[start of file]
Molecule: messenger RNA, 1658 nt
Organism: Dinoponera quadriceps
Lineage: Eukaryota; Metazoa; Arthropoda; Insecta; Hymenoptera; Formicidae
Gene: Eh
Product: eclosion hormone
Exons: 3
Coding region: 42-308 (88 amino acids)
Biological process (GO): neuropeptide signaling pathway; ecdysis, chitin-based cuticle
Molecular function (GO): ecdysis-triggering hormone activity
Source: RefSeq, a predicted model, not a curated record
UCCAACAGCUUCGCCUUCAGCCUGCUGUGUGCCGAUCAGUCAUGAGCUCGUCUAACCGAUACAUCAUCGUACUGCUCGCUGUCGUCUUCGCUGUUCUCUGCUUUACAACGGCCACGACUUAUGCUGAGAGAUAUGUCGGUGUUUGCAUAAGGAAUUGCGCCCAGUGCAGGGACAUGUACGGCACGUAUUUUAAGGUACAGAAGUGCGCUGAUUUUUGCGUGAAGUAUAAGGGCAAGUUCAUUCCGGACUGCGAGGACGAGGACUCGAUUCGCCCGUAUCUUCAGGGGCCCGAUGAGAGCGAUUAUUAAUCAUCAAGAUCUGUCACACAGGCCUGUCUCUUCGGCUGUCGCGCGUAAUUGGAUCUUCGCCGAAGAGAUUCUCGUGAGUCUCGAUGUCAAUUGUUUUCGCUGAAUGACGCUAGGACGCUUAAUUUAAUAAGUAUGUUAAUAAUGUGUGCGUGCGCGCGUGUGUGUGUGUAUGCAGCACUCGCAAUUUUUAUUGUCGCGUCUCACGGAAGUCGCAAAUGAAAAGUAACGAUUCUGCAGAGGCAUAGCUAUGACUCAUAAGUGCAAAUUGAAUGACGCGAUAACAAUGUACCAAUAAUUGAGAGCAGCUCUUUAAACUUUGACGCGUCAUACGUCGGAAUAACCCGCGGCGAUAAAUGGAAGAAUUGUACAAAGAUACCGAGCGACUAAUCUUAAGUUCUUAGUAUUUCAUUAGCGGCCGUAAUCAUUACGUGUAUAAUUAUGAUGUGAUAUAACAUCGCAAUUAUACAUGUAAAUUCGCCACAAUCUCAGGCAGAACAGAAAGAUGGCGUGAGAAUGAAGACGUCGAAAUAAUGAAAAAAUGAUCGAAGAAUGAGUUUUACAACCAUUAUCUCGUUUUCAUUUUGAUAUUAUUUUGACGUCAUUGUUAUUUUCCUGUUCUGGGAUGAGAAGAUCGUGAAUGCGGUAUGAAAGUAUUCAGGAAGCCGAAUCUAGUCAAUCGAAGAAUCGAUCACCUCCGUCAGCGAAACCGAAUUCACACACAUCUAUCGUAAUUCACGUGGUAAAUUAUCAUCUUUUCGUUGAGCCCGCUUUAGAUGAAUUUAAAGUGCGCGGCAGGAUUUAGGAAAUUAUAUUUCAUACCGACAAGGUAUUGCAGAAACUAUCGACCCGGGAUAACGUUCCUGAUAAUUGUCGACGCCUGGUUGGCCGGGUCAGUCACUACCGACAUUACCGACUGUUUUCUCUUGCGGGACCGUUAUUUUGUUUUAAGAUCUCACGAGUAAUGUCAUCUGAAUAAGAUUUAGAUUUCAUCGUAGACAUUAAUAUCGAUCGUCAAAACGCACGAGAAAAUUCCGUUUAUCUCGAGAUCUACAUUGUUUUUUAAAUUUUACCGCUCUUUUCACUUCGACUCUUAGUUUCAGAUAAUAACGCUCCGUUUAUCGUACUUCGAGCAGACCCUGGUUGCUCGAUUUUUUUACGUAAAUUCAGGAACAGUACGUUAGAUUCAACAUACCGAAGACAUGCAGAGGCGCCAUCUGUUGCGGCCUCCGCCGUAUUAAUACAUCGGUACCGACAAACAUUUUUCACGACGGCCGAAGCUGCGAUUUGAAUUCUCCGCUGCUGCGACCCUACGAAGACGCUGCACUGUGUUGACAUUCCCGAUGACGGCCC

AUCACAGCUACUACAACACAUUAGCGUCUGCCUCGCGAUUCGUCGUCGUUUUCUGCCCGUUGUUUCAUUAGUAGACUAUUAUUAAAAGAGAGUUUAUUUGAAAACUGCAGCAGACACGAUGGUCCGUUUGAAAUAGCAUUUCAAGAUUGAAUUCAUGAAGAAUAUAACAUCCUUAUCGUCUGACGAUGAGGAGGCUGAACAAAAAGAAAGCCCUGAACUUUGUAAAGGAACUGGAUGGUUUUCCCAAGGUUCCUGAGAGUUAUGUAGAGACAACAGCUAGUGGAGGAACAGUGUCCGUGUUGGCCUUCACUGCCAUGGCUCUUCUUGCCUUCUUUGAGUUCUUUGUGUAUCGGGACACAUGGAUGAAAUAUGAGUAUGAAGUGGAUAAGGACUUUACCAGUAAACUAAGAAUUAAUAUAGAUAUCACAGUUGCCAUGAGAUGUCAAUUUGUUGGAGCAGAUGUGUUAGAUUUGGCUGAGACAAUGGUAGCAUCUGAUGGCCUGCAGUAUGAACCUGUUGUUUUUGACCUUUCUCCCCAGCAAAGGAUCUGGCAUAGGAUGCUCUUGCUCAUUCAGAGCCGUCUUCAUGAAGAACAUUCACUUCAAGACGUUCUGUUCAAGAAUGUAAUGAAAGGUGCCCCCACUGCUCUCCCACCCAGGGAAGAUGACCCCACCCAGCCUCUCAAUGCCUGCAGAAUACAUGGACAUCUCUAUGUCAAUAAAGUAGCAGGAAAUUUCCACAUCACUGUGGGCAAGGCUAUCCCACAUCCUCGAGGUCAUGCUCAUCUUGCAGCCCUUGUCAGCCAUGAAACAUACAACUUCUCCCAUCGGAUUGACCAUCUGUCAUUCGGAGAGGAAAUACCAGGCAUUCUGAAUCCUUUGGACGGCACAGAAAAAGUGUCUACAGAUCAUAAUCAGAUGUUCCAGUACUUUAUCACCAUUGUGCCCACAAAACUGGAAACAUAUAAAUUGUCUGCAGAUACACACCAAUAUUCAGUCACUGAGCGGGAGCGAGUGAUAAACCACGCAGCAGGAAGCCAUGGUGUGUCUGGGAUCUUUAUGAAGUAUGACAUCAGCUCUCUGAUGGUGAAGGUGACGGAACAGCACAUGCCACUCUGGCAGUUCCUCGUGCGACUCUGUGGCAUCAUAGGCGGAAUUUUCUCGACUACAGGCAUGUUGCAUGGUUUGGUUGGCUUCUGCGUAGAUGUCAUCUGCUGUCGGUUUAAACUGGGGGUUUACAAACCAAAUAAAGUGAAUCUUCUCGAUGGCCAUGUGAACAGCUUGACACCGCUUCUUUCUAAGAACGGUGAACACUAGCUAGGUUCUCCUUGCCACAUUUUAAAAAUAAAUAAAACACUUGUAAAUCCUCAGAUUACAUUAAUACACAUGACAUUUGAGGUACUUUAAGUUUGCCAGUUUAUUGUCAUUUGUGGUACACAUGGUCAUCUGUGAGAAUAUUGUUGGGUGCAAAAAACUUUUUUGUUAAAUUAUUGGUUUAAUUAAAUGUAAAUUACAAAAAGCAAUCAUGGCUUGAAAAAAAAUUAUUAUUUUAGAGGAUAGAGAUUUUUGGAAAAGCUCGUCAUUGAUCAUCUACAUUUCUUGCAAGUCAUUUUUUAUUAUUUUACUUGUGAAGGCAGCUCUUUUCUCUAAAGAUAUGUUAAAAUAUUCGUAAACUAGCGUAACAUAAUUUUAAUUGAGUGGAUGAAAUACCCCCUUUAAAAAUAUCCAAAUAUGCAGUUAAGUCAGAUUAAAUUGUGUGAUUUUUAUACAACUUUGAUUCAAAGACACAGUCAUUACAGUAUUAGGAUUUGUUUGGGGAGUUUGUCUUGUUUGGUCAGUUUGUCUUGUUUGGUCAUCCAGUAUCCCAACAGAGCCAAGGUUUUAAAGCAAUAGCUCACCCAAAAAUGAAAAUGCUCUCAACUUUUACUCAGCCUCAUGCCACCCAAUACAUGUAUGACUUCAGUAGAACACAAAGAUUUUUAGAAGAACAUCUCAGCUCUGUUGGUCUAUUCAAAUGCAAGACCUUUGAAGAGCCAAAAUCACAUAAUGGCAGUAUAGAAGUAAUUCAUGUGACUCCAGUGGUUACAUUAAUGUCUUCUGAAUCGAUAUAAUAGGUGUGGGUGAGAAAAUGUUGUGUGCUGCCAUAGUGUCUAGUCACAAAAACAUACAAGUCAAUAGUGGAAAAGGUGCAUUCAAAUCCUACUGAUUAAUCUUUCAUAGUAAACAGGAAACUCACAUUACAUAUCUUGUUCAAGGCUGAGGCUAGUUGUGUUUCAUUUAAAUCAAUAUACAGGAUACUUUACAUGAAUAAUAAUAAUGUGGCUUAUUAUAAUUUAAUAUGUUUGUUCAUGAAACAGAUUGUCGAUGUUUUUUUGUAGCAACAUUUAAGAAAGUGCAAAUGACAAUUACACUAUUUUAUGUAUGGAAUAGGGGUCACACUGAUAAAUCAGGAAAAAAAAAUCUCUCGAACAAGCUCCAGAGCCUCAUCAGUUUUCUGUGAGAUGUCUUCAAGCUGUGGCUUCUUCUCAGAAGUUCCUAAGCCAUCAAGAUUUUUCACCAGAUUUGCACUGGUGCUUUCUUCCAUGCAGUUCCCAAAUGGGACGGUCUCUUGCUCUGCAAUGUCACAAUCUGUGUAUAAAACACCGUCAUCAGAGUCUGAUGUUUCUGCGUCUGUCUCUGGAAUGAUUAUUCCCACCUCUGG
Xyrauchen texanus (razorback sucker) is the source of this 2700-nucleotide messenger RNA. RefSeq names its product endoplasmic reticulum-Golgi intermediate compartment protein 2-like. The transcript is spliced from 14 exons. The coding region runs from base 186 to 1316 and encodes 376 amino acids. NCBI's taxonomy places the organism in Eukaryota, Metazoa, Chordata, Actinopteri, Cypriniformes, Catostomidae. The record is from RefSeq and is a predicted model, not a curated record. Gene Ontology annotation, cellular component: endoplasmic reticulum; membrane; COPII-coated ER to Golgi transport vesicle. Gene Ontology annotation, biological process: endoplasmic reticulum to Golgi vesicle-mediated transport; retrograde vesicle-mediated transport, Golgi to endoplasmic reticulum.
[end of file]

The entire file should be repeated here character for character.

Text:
Molecule: messenger RNA, 1658 nt
Organism: Dinoponera quadriceps
Lineage: Eukaryota; Metazoa; Arthropoda; Insecta; Hymenoptera; Formicidae
Gene: Eh
Product: eclosion hormone
Exons: 3
Coding region: 42-308 (88 amino acids)
Biological process (GO): neuropeptide signaling pathway; ecdysis, chitin-based cuticle
Molecular function (GO): ecdysis-triggering hormone activity
Source: RefSeq, a predicted model, not a curated record
UCCAACAGCUUCGCCUUCAGCCUGCUGUGUGCCGAUCAGUCAUGAGCUCGUCUAACCGAUACAUCAUCGUACUGCUCGCUGUCGUCUUCGCUGUUCUCUGCUUUACAACGGCCACGACUUAUGCUGAGAGAUAUGUCGGUGUUUGCAUAAGGAAUUGCGCCCAGUGCAGGGACAUGUACGGCACGUAUUUUAAGGUACAGAAGUGCGCUGAUUUUUGCGUGAAGUAUAAGGGCAAGUUCAUUCCGGACUGCGAGGACGAGGACUCGAUUCGCCCGUAUCUUCAGGGGCCCGAUGAGAGCGAUUAUUAAUCAUCAAGAUCUGUCACACAGGCCUGUCUCUUCGGCUGUCGCGCGUAAUUGGAUCUUCGCCGAAGAGAUUCUCGUGAGUCUCGAUGUCAAUUGUUUUCGCUGAAUGACGCUAGGACGCUUAAUUUAAUAAGUAUGUUAAUAAUGUGUGCGUGCGCGCGUGUGUGUGUGUAUGCAGCACUCGCAAUUUUUAUUGUCGCGUCUCACGGAAGUCGCAAAUGAAAAGUAACGAUUCUGCAGAGGCAUAGCUAUGACUCAUAAGUGCAAAUUGAAUGACGCGAUAACAAUGUACCAAUAAUUGAGAGCAGCUCUUUAAACUUUGACGCGUCAUACGUCGGAAUAACCCGCGGCGAUAAAUGGAAGAAUUGUACAAAGAUACCGAGCGACUAAUCUUAAGUUCUUAGUAUUUCAUUAGCGGCCGUAAUCAUUACGUGUAUAAUUAUGAUGUGAUAUAACAUCGCAAUUAUACAUGUAAAUUCGCCACAAUCUCAGGCAGAACAGAAAGAUGGCGUGAGAAUGAAGACGUCGAAAUAAUGAAAAAAUGAUCGAAGAAUGAGUUUUACAACCAUUAUCUCGUUUUCAUUUUGAUAUUAUUUUGACGUCAUUGUUAUUUUCCUGUUCUGGGAUGAGAAGAUCGUGAAUGCGGUAUGAAAGUAUUCAGGAAGCCGAAUCUAGUCAAUCGAAGAAUCGAUCACCUCCGUCAGCGAAACCGAAUUCACACACAUCUAUCGUAAUUCACGUGGUAAAUUAUCAUCUUUUCGUUGAGCCCGCUUUAGAUGAAUUUAAAGUGCGCGGCAGGAUUUAGGAAAUUAUAUUUCAUACCGACAAGGUAUUGCAGAAACUAUCGACCCGGGAUAACGUUCCUGAUAAUUGUCGACGCCUGGUUGGCCGGGUCAGUCACUACCGACAUUACCGACUGUUUUCUCUUGCGGGACCGUUAUUUUGUUUUAAGAUCUCACGAGUAAUGUCAUCUGAAUAAGAUUUAGAUUUCAUCGUAGACAUUAAUAUCGAUCGUCAAAACGCACGAGAAAAUUCCGUUUAUCUCGAGAUCUACAUUGUUUUUUAAAUUUUACCGCUCUUUUCACUUCGACUCUUAGUUUCAGAUAAUAACGCUCCGUUUAUCGUACUUCGAGCAGACCCUGGUUGCUCGAUUUUUUUACGUAAAUUCAGGAACAGUACGUUAGAUUCAACAUACCGAAGACAUGCAGAGGCGCCAUCUGUUGCGGCCUCCGCCGUAUUAAUACAUCGGUACCGACAAACAUUUUUCACGACGGCCGAAGCUGCGAUUUGAAUUCUCCGCUGCUGCGACCCUACGAAGACGCUGCACUGUGUUGACAUUCCCGAUGACGGCCC

AUCACAGCUACUACAACACAUUAGCGUCUGCCUCGCGAUUCGUCGUCGUUUUCUGCCCGUUGUUUCAUUAGUAGACUAUUAUUAAAAGAGAGUUUAUUUGAAAACUGCAGCAGACACGAUGGUCCGUUUGAAAUAGCAUUUCAAGAUUGAAUUCAUGAAGAAUAUAACAUCCUUAUCGUCUGACGAUGAGGAGGCUGAACAAAAAGAAAGCCCUGAACUUUGUAAAGGAACUGGAUGGUUUUCCCAAGGUUCCUGAGAGUUAUGUAGAGACAACAGCUAGUGGAGGAACAGUGUCCGUGUUGGCCUUCACUGCCAUGGCUCUUCUUGCCUUCUUUGAGUUCUUUGUGUAUCGGGACACAUGGAUGAAAUAUGAGUAUGAAGUGGAUAAGGACUUUACCAGUAAACUAAGAAUUAAUAUAGAUAUCACAGUUGCCAUGAGAUGUCAAUUUGUUGGAGCAGAUGUGUUAGAUUUGGCUGAGACAAUGGUAGCAUCUGAUGGCCUGCAGUAUGAACCUGUUGUUUUUGACCUUUCUCCCCAGCAAAGGAUCUGGCAUAGGAUGCUCUUGCUCAUUCAGAGCCGUCUUCAUGAAGAACAUUCACUUCAAGACGUUCUGUUCAAGAAUGUAAUGAAAGGUGCCCCCACUGCUCUCCCACCCAGGGAAGAUGACCCCACCCAGCCUCUCAAUGCCUGCAGAAUACAUGGACAUCUCUAUGUCAAUAAAGUAGCAGGAAAUUUCCACAUCACUGUGGGCAAGGCUAUCCCACAUCCUCGAGGUCAUGCUCAUCUUGCAGCCCUUGUCAGCCAUGAAACAUACAACUUCUCCCAUCGGAUUGACCAUCUGUCAUUCGGAGAGGAAAUACCAGGCAUUCUGAAUCCUUUGGACGGCACAGAAAAAGUGUCUACAGAUCAUAAUCAGAUGUUCCAGUACUUUAUCACCAUUGUGCCCACAAAACUGGAAACAUAUAAAUUGUCUGCAGAUACACACCAAUAUUCAGUCACUGAGCGGGAGCGAGUGAUAAACCACGCAGCAGGAAGCCAUGGUGUGUCUGGGAUCUUUAUGAAGUAUGACAUCAGCUCUCUGAUGGUGAAGGUGACGGAACAGCACAUGCCACUCUGGCAGUUCCUCGUGCGACUCUGUGGCAUCAUAGGCGGAAUUUUCUCGACUACAGGCAUGUUGCAUGGUUUGGUUGGCUUCUGCGUAGAUGUCAUCUGCUGUCGGUUUAAACUGGGGGUUUACAAACCAAAUAAAGUGAAUCUUCUCGAUGGCCAUGUGAACAGCUUGACACCGCUUCUUUCUAAGAACGGUGAACACUAGCUAGGUUCUCCUUGCCACAUUUUAAAAAUAAAUAAAACACUUGUAAAUCCUCAGAUUACAUUAAUACACAUGACAUUUGAGGUACUUUAAGUUUGCCAGUUUAUUGUCAUUUGUGGUACACAUGGUCAUCUGUGAGAAUAUUGUUGGGUGCAAAAAACUUUUUUGUUAAAUUAUUGGUUUAAUUAAAUGUAAAUUACAAAAAGCAAUCAUGGCUUGAAAAAAAAUUAUUAUUUUAGAGGAUAGAGAUUUUUGGAAAAGCUCGUCAUUGAUCAUCUACAUUUCUUGCAAGUCAUUUUUUAUUAUUUUACUUGUGAAGGCAGCUCUUUUCUCUAAAGAUAUGUUAAAAUAUUCGUAAACUAGCGUAACAUAAUUUUAAUUGAGUGGAUGAAAUACCCCCUUUAAAAAUAUCCAAAUAUGCAGUUAAGUCAGAUUAAAUUGUGUGAUUUUUAUACAACUUUGAUUCAAAGACACAGUCAUUACAGUAUUAGGAUUUGUUUGGGGAGUUUGUCUUGUUUGGUCAGUUUGUCUUGUUUGGUCAUCCAGUAUCCCAACAGAGCCAAGGUUUUAAAGCAAUAGCUCACCCAAAAAUGAAAAUGCUCUCAACUUUUACUCAGCCUCAUGCCACCCAAUACAUGUAUGACUUCAGUAGAACACAAAGAUUUUUAGAAGAACAUCUCAGCUCUGUUGGUCUAUUCAAAUGCAAGACCUUUGAAGAGCCAAAAUCACAUAAUGGCAGUAUAGAAGUAAUUCAUGUGACUCCAGUGGUUACAUUAAUGUCUUCUGAAUCGAUAUAAUAGGUGUGGGUGAGAAAAUGUUGUGUGCUGCCAUAGUGUCUAGUCACAAAAACAUACAAGUCAAUAGUGGAAAAGGUGCAUUCAAAUCCUACUGAUUAAUCUUUCAUAGUAAACAGGAAACUCACAUUACAUAUCUUGUUCAAGGCUGAGGCUAGUUGUGUUUCAUUUAAAUCAAUAUACAGGAUACUUUACAUGAAUAAUAAUAAUGUGGCUUAUUAUAAUUUAAUAUGUUUGUUCAUGAAACAGAUUGUCGAUGUUUUUUUGUAGCAACAUUUAAGAAAGUGCAAAUGACAAUUACACUAUUUUAUGUAUGGAAUAGGGGUCACACUGAUAAAUCAGGAAAAAAAAAUCUCUCGAACAAGCUCCAGAGCCUCAUCAGUUUUCUGUGAGAUGUCUUCAAGCUGUGGCUUCUUCUCAGAAGUUCCUAAGCCAUCAAGAUUUUUCACCAGAUUUGCACUGGUGCUUUCUUCCAUGCAGUUCCCAAAUGGGACGGUCUCUUGCUCUGCAAUGUCACAAUCUGUGUAUAAAACACCGUCAUCAGAGUCUGAUGUUUCUGCGUCUGUCUCUGGAAUGAUUAUUCCCACCUCUGG
Xyrauchen texanus (razorback sucker) is the source of this 2700-nucleotide messenger RNA. RefSeq names its product endoplasmic reticulum-Golgi intermediate compartment protein 2-like. The transcript is spliced from 14 exons. The coding region runs from base 186 to 1316 and encodes 376 amino acids. NCBI's taxonomy places the organism in Eukaryota, Metazoa, Chordata, Actinopteri, Cypriniformes, Catostomidae. The record is from RefSeq and is a predicted model, not a curated record. Gene Ontology annotation, cellular component: endoplasmic reticulum; membrane; COPII-coated ER to Golgi transport vesicle. Gene Ontology annotation, biological process: endoplasmic reticulum to Golgi vesicle-mediated transport; retrograde vesicle-mediated transport, Golgi to endoplasmic reticulum.